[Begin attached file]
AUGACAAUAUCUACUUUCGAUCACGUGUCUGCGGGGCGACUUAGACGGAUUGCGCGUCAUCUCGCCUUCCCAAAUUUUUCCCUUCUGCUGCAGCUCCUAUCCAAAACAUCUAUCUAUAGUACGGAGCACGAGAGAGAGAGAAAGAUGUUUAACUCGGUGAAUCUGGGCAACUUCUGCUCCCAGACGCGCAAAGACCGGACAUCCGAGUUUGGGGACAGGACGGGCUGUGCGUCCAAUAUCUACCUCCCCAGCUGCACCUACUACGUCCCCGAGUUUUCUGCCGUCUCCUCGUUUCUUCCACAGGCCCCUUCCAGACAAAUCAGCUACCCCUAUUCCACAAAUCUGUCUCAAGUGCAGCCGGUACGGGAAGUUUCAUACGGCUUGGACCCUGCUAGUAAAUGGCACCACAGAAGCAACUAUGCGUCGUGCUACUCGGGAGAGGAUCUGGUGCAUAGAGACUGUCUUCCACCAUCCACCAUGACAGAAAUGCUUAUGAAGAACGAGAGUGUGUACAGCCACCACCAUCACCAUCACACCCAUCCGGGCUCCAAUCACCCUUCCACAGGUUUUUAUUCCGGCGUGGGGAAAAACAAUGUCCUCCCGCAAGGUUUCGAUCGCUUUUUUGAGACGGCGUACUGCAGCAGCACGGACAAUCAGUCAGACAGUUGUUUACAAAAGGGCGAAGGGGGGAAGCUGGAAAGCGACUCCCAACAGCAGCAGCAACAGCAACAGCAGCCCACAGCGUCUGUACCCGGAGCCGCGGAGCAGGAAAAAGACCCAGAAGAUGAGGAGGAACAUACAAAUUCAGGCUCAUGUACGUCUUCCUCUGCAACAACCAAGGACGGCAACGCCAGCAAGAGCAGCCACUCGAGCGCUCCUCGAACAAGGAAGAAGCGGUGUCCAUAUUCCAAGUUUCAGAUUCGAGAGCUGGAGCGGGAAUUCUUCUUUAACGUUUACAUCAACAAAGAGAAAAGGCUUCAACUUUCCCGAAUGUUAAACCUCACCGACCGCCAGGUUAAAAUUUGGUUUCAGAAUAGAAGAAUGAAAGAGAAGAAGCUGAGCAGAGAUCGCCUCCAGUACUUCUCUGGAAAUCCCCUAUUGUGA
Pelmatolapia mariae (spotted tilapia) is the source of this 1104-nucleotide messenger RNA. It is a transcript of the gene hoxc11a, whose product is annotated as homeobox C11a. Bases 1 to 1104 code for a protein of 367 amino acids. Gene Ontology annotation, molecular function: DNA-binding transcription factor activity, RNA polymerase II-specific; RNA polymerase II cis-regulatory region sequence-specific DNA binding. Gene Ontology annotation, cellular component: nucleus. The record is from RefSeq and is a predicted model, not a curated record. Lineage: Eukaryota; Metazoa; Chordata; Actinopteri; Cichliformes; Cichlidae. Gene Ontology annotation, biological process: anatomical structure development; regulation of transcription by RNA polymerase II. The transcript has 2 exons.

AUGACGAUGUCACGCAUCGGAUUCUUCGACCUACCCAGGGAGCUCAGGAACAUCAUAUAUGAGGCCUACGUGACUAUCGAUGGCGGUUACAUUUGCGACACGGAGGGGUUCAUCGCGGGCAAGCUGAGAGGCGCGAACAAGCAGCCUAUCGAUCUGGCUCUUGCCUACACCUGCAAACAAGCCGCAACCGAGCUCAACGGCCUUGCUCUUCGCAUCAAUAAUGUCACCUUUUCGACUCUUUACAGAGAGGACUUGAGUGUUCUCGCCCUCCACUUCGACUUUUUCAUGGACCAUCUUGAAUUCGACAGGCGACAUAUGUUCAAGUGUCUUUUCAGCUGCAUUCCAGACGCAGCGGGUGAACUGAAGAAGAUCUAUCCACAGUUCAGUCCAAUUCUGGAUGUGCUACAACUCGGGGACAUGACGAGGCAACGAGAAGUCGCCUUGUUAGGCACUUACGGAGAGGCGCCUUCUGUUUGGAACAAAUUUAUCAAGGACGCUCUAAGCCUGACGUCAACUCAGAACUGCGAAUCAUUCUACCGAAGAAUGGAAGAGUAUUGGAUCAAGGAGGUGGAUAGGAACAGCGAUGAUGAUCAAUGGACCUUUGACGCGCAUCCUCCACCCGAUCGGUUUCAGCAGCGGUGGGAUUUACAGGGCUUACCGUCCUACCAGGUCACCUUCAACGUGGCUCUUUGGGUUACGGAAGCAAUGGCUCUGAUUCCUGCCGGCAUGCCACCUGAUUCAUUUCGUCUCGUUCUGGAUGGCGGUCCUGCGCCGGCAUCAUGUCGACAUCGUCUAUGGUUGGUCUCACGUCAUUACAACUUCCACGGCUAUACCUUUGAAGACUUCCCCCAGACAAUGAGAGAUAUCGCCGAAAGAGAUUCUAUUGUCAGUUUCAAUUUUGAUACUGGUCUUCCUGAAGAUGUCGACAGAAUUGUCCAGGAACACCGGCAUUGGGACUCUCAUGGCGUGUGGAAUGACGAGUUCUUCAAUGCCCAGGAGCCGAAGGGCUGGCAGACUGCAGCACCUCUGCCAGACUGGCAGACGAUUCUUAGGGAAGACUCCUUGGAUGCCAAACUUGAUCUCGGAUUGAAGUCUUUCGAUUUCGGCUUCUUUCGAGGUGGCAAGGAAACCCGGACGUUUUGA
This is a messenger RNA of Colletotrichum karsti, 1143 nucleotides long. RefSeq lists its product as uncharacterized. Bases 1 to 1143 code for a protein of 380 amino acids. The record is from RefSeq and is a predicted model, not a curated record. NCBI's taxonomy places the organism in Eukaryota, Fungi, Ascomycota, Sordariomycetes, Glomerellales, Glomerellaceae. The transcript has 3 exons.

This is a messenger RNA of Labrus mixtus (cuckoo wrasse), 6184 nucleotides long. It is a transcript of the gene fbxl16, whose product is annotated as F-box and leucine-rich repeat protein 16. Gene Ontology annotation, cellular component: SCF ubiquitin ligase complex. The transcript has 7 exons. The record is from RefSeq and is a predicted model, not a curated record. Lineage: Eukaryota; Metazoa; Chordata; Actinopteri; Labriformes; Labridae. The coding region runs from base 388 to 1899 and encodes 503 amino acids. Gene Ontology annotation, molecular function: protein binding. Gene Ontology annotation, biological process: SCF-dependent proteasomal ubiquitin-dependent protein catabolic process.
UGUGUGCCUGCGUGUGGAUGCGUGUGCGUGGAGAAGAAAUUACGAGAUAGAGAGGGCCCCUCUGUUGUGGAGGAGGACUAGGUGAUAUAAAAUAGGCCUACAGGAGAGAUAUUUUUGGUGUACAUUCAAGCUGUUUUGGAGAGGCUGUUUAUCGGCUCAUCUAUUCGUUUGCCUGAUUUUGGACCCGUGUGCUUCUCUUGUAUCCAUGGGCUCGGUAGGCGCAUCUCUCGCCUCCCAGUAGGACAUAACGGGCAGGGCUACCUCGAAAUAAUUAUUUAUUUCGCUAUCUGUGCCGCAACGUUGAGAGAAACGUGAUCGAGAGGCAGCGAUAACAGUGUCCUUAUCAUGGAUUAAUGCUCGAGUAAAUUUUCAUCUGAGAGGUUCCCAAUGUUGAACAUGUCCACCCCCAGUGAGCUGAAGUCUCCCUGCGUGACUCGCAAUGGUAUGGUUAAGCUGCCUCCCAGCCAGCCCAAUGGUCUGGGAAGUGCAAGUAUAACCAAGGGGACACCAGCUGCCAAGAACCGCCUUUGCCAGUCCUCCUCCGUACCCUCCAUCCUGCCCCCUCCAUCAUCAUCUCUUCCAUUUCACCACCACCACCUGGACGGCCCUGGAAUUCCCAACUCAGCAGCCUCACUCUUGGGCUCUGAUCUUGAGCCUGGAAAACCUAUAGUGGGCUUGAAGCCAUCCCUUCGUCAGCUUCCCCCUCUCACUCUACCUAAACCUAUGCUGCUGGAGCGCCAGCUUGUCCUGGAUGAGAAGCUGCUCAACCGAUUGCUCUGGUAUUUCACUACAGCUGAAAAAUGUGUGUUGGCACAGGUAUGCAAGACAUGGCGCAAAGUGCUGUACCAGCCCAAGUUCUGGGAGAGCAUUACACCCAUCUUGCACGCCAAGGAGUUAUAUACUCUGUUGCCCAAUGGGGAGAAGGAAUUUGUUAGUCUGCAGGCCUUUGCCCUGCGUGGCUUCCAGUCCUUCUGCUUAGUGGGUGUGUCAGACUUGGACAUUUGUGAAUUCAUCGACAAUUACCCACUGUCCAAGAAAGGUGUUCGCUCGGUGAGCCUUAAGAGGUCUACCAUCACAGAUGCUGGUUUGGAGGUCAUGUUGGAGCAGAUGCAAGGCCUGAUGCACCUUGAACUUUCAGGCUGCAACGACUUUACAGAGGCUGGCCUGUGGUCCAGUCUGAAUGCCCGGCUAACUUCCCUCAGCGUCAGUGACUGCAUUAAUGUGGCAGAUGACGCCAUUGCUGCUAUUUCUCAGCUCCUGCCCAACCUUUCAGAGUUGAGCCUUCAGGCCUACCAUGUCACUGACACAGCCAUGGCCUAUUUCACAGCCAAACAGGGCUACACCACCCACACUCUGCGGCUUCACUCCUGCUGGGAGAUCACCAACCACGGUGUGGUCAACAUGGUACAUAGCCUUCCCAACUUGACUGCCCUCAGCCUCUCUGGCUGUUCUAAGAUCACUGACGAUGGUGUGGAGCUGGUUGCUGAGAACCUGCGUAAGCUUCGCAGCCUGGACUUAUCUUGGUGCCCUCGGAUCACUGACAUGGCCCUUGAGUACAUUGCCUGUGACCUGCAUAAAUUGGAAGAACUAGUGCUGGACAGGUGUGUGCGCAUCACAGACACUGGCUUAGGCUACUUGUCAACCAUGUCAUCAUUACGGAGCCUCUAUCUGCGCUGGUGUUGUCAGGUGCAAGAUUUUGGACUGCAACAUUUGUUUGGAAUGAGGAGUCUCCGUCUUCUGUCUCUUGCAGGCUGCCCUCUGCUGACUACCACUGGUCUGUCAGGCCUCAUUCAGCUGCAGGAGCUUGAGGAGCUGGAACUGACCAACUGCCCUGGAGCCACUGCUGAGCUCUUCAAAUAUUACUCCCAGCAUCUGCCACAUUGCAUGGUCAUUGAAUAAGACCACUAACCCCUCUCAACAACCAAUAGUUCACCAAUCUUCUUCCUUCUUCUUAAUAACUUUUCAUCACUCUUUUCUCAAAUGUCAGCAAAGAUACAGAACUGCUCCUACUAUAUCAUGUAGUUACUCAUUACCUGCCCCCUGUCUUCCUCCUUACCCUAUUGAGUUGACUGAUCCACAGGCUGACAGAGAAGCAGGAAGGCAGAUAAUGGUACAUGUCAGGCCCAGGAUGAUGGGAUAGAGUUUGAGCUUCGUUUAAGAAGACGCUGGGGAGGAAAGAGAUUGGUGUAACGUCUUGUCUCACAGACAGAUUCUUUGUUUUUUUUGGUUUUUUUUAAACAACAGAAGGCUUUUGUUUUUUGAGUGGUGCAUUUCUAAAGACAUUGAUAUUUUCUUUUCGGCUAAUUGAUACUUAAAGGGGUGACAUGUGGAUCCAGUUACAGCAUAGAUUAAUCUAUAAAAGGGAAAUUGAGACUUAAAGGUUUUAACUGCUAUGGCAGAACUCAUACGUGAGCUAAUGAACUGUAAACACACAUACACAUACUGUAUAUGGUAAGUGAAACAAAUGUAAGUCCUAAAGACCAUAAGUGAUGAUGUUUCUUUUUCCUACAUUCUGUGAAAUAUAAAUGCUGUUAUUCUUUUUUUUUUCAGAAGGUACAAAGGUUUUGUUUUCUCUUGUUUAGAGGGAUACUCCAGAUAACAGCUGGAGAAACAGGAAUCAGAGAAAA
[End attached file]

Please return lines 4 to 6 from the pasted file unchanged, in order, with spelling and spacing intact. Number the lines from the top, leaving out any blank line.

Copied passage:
This is a messenger RNA of Colletotrichum karsti, 1143 nucleotides long. RefSeq lists its product as uncharacterized. Bases 1 to 1143 code for a protein of 380 amino acids. The record is from RefSeq and is a predicted model, not a curated record. NCBI's taxonomy places the organism in Eukaryota, Fungi, Ascomycota, Sordariomycetes, Glomerellales, Glomerellaceae. The transcript has 3 exons.

This is a messenger RNA of Labrus mixtus (cuckoo wrasse), 6184 nucleotides long. It is a transcript of the gene fbxl16, whose product is annotated as F-box and leucine-rich repeat protein 16. Gene Ontology annotation, cellular component: SCF ubiquitin ligase complex. The transcript has 7 exons. The record is from RefSeq and is a predicted model, not a curated record. Lineage: Eukaryota; Metazoa; Chordata; Actinopteri; Labriformes; Labridae. The coding region runs from base 388 to 1899 and encodes 503 amino acids. Gene Ontology annotation, molecular function: protein binding. Gene Ontology annotation, biological process: SCF-dependent proteasomal ubiquitin-dependent protein catabolic process.
UGUGUGCCUGCGUGUGGAUGCGUGUGCGUGGAGAAGAAAUUACGAGAUAGAGAGGGCCCCUCUGUUGUGGAGGAGGACUAGGUGAUAUAAAAUAGGCCUACAGGAGAGAUAUUUUUGGUGUACAUUCAAGCUGUUUUGGAGAGGCUGUUUAUCGGCUCAUCUAUUCGUUUGCCUGAUUUUGGACCCGUGUGCUUCUCUUGUAUCCAUGGGCUCGGUAGGCGCAUCUCUCGCCUCCCAGUAGGACAUAACGGGCAGGGCUACCUCGAAAUAAUUAUUUAUUUCGCUAUCUGUGCCGCAACGUUGAGAGAAACGUGAUCGAGAGGCAGCGAUAACAGUGUCCUUAUCAUGGAUUAAUGCUCGAGUAAAUUUUCAUCUGAGAGGUUCCCAAUGUUGAACAUGUCCACCCCCAGUGAGCUGAAGUCUCCCUGCGUGACUCGCAAUGGUAUGGUUAAGCUGCCUCCCAGCCAGCCCAAUGGUCUGGGAAGUGCAAGUAUAACCAAGGGGACACCAGCUGCCAAGAACCGCCUUUGCCAGUCCUCCUCCGUACCCUCCAUCCUGCCCCCUCCAUCAUCAUCUCUUCCAUUUCACCACCACCACCUGGACGGCCCUGGAAUUCCCAACUCAGCAGCCUCACUCUUGGGCUCUGAUCUUGAGCCUGGAAAACCUAUAGUGGGCUUGAAGCCAUCCCUUCGUCAGCUUCCCCCUCUCACUCUACCUAAACCUAUGCUGCUGGAGCGCCAGCUUGUCCUGGAUGAGAAGCUGCUCAACCGAUUGCUCUGGUAUUUCACUACAGCUGAAAAAUGUGUGUUGGCACAGGUAUGCAAGACAUGGCGCAAAGUGCUGUACCAGCCCAAGUUCUGGGAGAGCAUUACACCCAUCUUGCACGCCAAGGAGUUAUAUACUCUGUUGCCCAAUGGGGAGAAGGAAUUUGUUAGUCUGCAGGCCUUUGCCCUGCGUGGCUUCCAGUCCUUCUGCUUAGUGGGUGUGUCAGACUUGGACAUUUGUGAAUUCAUCGACAAUUACCCACUGUCCAAGAAAGGUGUUCGCUCGGUGAGCCUUAAGAGGUCUACCAUCACAGAUGCUGGUUUGGAGGUCAUGUUGGAGCAGAUGCAAGGCCUGAUGCACCUUGAACUUUCAGGCUGCAACGACUUUACAGAGGCUGGCCUGUGGUCCAGUCUGAAUGCCCGGCUAACUUCCCUCAGCGUCAGUGACUGCAUUAAUGUGGCAGAUGACGCCAUUGCUGCUAUUUCUCAGCUCCUGCCCAACCUUUCAGAGUUGAGCCUUCAGGCCUACCAUGUCACUGACACAGCCAUGGCCUAUUUCACAGCCAAACAGGGCUACACCACCCACACUCUGCGGCUUCACUCCUGCUGGGAGAUCACCAACCACGGUGUGGUCAACAUGGUACAUAGCCUUCCCAACUUGACUGCCCUCAGCCUCUCUGGCUGUUCUAAGAUCACUGACGAUGGUGUGGAGCUGGUUGCUGAGAACCUGCGUAAGCUUCGCAGCCUGGACUUAUCUUGGUGCCCUCGGAUCACUGACAUGGCCCUUGAGUACAUUGCCUGUGACCUGCAUAAAUUGGAAGAACUAGUGCUGGACAGGUGUGUGCGCAUCACAGACACUGGCUUAGGCUACUUGUCAACCAUGUCAUCAUUACGGAGCCUCUAUCUGCGCUGGUGUUGUCAGGUGCAAGAUUUUGGACUGCAACAUUUGUUUGGAAUGAGGAGUCUCCGUCUUCUGUCUCUUGCAGGCUGCCCUCUGCUGACUACCACUGGUCUGUCAGGCCUCAUUCAGCUGCAGGAGCUUGAGGAGCUGGAACUGACCAACUGCCCUGGAGCCACUGCUGAGCUCUUCAAAUAUUACUCCCAGCAUCUGCCACAUUGCAUGGUCAUUGAAUAAGACCACUAACCCCUCUCAACAACCAAUAGUUCACCAAUCUUCUUCCUUCUUCUUAAUAACUUUUCAUCACUCUUUUCUCAAAUGUCAGCAAAGAUACAGAACUGCUCCUACUAUAUCAUGUAGUUACUCAUUACCUGCCCCCUGUCUUCCUCCUUACCCUAUUGAGUUGACUGAUCCACAGGCUGACAGAGAAGCAGGAAGGCAGAUAAUGGUACAUGUCAGGCCCAGGAUGAUGGGAUAGAGUUUGAGCUUCGUUUAAGAAGACGCUGGGGAGGAAAGAGAUUGGUGUAACGUCUUGUCUCACAGACAGAUUCUUUGUUUUUUUUGGUUUUUUUUAAACAACAGAAGGCUUUUGUUUUUUGAGUGGUGCAUUUCUAAAGACAUUGAUAUUUUCUUUUCGGCUAAUUGAUACUUAAAGGGGUGACAUGUGGAUCCAGUUACAGCAUAGAUUAAUCUAUAAAAGGGAAAUUGAGACUUAAAGGUUUUAACUGCUAUGGCAGAACUCAUACGUGAGCUAAUGAACUGUAAACACACAUACACAUACUGUAUAUGGUAAGUGAAACAAAUGUAAGUCCUAAAGACCAUAAGUGAUGAUGUUUCUUUUUCCUACAUUCUGUGAAAUAUAAAUGCUGUUAUUCUUUUUUUUUUCAGAAGGUACAAAGGUUUUGUUUUCUCUUGUUUAGAGGGAUACUCCAGAUAACAGCUGGAGAAACAGGAAUCAGAGAAAA